Brand owners have to play their part as well. They need to make sure they keep their influencers happy so that nobody “goes rogue.” When trust is undermined, it can be hard to both retain a brand’s advocates and to recruit new ones.

Part of the trust process is accurate and on-time payment. A brand can have influencers and creators in various countries, paid in different currencies under differing tax regulations. Payment could be on a fee basis linked to the number of or audience size generated by social media posts, or on a commission basis for referral purchases. Or it could be in the form of a value of products or in-store credits. An automated payments partner such as Tipalti can also check receiver identities to ensure payments go to the correct people. Their work in this sector includes an ebook on Why Payments Are Critical to Creators and Influencers.  

Blurring between athletes and gamers

Some people wonder if interest in egaming will rise to the level of “real sports.” Some traditional athletes get signed to give the regular style endorsement of particular games, others could find themselves extending their career in online versions of their sport, if they are good enough.

Ben Foster operates on the football pitch and in the influencer economy
Ben Foster, football goalkeeper and influencer

Here is a UK example. Ben Foster is an English professional footballer who began creating content in 2020 when he started The Cycling GK YouTube channel (GK because his football team position is goalkeeper). Ben brings together two different markets, football (soccer) and cycling. Following his success with it, Ben set up The Fozcast podcast in 2021, which features UK YouTuber guests discussing topics such as football highlights. It is currently the number one sports podcast on Spotify. 

Some virtual/real-life personalities have gone the other way. Online Peloton cycle-training instructor Ally Love, for example, is the in-arena host of the New York-based Brooklyn Nets basketball team and an Adidas Global Ambassador.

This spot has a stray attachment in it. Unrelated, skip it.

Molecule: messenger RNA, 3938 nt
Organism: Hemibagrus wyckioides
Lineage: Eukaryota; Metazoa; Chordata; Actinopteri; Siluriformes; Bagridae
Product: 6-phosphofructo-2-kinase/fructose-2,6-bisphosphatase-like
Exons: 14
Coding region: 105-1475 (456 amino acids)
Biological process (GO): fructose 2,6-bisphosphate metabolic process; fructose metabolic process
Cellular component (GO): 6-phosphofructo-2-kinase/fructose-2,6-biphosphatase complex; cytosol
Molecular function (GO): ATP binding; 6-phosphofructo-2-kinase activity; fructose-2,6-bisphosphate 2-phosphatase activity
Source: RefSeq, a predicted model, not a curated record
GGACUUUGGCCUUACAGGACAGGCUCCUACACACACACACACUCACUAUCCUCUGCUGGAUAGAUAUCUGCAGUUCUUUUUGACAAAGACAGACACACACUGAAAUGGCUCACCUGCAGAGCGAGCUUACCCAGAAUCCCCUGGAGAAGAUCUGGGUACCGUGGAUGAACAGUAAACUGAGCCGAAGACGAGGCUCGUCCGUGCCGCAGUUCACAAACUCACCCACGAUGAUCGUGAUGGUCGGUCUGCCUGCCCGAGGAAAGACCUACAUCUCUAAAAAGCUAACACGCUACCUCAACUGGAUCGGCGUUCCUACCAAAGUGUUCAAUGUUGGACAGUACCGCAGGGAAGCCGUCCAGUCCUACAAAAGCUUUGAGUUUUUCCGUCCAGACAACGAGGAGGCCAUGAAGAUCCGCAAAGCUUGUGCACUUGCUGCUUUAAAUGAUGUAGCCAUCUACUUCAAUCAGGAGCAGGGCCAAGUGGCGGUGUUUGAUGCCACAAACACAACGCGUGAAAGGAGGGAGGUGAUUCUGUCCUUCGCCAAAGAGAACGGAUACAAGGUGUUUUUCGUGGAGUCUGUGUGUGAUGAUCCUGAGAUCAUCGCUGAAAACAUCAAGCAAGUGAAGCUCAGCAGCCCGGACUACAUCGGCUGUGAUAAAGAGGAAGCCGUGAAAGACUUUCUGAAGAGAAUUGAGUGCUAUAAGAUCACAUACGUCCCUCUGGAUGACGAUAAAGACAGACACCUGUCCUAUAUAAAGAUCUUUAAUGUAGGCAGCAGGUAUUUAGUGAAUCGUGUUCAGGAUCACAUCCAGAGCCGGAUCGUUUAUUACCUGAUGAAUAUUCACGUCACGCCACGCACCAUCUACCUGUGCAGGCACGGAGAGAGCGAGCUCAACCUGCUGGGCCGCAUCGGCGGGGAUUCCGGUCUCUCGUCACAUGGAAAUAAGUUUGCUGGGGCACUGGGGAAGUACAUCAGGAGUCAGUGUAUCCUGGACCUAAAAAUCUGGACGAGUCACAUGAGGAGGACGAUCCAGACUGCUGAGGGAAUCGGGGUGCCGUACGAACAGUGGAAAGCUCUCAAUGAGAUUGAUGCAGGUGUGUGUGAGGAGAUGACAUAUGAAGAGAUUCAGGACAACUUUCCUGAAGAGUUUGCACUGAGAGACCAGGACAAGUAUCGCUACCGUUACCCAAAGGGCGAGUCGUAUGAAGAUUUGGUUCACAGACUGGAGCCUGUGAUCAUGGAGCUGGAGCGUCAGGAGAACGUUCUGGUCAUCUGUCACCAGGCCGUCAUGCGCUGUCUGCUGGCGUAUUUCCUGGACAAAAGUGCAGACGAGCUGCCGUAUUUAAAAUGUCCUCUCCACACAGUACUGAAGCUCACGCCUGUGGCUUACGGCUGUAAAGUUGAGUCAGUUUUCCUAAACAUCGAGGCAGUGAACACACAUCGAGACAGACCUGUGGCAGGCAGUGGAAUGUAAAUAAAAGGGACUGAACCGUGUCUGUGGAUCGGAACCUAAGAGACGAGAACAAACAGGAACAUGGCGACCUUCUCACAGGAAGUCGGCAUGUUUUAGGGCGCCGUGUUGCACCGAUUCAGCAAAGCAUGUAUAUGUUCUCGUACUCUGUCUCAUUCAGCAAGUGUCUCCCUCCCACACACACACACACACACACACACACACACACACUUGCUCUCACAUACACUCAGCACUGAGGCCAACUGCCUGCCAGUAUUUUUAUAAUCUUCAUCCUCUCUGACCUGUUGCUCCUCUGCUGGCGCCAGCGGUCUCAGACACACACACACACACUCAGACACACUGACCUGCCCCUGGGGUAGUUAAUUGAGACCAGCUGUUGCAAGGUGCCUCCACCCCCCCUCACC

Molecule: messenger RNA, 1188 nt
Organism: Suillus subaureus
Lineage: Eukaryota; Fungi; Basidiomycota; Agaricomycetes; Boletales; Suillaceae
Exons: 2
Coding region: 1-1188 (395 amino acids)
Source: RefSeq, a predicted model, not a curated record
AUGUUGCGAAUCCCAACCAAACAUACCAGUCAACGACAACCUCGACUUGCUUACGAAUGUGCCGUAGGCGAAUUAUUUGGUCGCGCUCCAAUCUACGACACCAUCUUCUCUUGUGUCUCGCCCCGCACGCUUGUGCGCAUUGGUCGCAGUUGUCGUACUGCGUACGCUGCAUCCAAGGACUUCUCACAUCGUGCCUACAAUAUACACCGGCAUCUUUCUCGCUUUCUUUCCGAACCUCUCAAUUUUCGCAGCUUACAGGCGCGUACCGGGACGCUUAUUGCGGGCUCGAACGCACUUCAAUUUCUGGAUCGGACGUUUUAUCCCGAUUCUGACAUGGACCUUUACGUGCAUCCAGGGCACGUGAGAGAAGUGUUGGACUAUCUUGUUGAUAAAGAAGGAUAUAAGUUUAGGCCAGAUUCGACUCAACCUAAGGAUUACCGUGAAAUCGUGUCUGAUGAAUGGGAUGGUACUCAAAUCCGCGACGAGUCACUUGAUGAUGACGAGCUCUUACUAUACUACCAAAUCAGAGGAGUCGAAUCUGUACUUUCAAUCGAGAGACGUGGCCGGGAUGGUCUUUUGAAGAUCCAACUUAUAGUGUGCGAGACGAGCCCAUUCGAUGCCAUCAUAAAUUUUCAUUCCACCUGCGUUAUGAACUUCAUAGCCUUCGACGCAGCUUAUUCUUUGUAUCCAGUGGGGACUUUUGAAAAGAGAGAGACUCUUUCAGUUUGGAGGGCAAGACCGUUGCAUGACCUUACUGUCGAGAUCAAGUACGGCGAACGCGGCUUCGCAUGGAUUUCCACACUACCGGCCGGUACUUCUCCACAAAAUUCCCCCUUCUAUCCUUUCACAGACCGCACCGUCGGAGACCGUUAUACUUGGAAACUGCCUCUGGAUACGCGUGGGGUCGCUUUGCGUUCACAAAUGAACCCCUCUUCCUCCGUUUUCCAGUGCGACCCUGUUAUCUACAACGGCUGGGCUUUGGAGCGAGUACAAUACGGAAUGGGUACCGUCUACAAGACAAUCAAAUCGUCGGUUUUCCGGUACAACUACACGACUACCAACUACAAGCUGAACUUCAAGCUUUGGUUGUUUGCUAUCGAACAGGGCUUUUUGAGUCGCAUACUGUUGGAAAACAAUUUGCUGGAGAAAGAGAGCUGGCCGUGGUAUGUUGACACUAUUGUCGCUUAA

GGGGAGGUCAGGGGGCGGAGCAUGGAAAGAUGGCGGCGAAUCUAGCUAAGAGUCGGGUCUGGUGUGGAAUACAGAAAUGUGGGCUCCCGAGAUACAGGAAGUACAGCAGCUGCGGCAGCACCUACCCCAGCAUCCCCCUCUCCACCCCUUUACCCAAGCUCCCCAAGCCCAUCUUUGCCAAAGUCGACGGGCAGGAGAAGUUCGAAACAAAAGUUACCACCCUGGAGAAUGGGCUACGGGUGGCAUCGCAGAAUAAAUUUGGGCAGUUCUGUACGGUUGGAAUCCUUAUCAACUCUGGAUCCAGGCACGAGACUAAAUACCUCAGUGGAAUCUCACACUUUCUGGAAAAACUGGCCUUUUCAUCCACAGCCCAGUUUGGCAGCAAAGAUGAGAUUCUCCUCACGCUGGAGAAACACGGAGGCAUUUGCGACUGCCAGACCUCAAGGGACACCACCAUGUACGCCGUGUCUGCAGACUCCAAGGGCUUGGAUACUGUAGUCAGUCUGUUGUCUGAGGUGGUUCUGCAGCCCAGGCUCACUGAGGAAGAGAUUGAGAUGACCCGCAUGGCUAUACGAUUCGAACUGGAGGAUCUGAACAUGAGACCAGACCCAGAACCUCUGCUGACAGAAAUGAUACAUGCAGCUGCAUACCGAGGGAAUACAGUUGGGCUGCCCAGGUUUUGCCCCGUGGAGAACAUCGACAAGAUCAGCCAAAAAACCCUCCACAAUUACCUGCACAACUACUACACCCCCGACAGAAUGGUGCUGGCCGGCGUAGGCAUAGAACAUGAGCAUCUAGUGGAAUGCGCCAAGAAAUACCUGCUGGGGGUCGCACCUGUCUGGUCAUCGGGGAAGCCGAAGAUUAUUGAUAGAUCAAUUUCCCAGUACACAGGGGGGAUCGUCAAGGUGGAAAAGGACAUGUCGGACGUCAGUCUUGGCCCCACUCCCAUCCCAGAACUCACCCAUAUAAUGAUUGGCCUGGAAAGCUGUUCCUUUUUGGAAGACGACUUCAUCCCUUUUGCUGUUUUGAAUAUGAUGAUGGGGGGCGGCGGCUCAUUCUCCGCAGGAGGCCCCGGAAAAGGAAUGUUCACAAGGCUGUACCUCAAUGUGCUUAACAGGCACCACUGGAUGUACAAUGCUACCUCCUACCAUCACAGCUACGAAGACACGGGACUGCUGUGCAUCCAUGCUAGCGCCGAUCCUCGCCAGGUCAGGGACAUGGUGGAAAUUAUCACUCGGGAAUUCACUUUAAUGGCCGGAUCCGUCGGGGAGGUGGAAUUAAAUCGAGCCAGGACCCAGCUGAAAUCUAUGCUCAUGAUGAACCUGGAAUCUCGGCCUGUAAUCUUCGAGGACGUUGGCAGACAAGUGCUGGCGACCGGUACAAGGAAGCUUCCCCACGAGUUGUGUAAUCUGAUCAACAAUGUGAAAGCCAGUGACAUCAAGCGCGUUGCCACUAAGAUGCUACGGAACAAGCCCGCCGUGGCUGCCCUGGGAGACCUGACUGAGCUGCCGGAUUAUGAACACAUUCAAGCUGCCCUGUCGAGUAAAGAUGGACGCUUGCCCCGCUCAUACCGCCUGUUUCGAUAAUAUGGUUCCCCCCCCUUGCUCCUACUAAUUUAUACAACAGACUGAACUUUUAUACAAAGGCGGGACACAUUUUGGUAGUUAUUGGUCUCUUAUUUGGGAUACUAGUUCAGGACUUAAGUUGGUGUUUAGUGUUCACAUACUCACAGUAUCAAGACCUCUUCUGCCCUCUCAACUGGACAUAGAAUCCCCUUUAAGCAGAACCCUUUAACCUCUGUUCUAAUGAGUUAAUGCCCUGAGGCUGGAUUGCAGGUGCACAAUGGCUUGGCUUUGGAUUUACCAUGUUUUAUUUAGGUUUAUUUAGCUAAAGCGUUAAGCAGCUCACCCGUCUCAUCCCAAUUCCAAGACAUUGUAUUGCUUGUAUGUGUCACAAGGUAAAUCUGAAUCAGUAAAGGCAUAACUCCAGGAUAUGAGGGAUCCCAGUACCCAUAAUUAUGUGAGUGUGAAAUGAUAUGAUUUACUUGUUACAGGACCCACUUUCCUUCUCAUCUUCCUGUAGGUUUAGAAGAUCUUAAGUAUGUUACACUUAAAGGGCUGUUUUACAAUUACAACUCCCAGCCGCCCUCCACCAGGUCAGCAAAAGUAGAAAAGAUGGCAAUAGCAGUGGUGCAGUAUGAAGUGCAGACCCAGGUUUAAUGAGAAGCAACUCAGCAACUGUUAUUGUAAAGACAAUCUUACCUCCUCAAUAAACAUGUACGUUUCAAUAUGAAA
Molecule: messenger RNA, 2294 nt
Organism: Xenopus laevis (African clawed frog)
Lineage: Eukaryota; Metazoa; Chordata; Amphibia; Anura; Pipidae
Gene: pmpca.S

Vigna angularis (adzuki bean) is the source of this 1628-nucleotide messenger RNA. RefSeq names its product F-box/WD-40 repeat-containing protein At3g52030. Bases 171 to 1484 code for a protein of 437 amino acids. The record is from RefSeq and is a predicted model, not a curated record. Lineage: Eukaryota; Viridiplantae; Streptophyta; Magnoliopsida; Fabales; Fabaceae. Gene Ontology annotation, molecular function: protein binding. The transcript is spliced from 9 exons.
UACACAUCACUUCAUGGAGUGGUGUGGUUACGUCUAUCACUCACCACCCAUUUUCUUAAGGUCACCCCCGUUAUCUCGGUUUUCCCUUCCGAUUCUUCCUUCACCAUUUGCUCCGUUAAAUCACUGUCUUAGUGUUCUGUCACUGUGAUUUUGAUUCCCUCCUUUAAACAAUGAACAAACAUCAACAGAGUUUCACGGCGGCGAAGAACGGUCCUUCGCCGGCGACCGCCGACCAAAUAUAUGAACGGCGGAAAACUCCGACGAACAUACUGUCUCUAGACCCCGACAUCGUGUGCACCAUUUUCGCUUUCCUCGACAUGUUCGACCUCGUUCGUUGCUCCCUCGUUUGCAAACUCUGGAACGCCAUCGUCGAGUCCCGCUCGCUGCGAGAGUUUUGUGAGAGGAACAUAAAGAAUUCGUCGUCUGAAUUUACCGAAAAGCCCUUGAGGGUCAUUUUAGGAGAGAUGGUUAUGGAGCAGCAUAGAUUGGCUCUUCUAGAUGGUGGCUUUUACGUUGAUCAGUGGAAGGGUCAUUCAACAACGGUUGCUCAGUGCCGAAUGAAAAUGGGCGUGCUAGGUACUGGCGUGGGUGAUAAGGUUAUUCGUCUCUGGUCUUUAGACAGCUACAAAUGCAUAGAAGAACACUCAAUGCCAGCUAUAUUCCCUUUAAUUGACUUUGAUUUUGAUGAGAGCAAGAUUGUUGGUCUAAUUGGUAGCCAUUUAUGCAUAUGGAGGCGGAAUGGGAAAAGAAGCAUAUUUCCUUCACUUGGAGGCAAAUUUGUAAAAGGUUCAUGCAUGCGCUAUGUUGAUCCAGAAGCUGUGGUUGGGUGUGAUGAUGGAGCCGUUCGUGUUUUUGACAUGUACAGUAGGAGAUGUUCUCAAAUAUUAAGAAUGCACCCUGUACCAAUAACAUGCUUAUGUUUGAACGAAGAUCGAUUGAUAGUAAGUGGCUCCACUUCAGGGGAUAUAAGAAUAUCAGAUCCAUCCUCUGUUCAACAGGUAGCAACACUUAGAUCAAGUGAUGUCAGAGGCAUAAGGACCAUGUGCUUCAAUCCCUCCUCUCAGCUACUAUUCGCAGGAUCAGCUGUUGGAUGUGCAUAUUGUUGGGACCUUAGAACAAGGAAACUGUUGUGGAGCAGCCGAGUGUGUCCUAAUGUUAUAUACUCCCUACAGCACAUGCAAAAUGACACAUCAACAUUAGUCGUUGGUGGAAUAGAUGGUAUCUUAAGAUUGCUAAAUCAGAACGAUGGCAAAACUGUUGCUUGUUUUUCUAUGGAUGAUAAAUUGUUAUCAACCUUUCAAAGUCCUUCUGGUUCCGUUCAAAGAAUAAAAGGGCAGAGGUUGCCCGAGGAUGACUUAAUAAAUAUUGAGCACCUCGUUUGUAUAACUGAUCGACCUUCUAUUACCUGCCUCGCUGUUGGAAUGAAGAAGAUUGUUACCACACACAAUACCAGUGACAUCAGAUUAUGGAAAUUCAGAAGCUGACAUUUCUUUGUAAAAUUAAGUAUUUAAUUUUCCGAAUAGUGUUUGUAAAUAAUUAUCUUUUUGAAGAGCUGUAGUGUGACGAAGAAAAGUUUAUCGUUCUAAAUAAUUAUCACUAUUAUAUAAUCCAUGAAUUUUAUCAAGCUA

There was also global interest in a recent boxing contest in late February 2023 between two relative novices. One is the younger brother of current WBC heavyweight champion Tyson Fury, and his main claim to fame is for appearing on television’s Love Island. His opponent had had six fights before their clash, including one against a basketball player and another with a “YouTube boxer” like himself. However, he can claim 63.9 million followers and subscribers combined across YouTube, Twitter, Instagram and TikTok. Purists are annoyed that this contest gathered more media attention than many fights between established professional boxers. Top professional boxing promoter Barry Hearn was dismissive of the contest, though does believe “fighters can learn a great deal from the rise of entertainment boxing, particularly on how to build a profile and engage with fans.” The prize money was in the region of $8.6 million.

The lines between athlete, gamer, influencer and entertainer are definitely blurring.

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Picture of Clive Reffell

Clive Reffell

Clive has worked with Crowdsourcing Week to source, create and publish content since May 2016. With knowledge and experience gained in a 30+ year marketing career based in London, UK, he helps SMEs and startups to run successful crowdfunding projects, and provides support across wider marketing issues.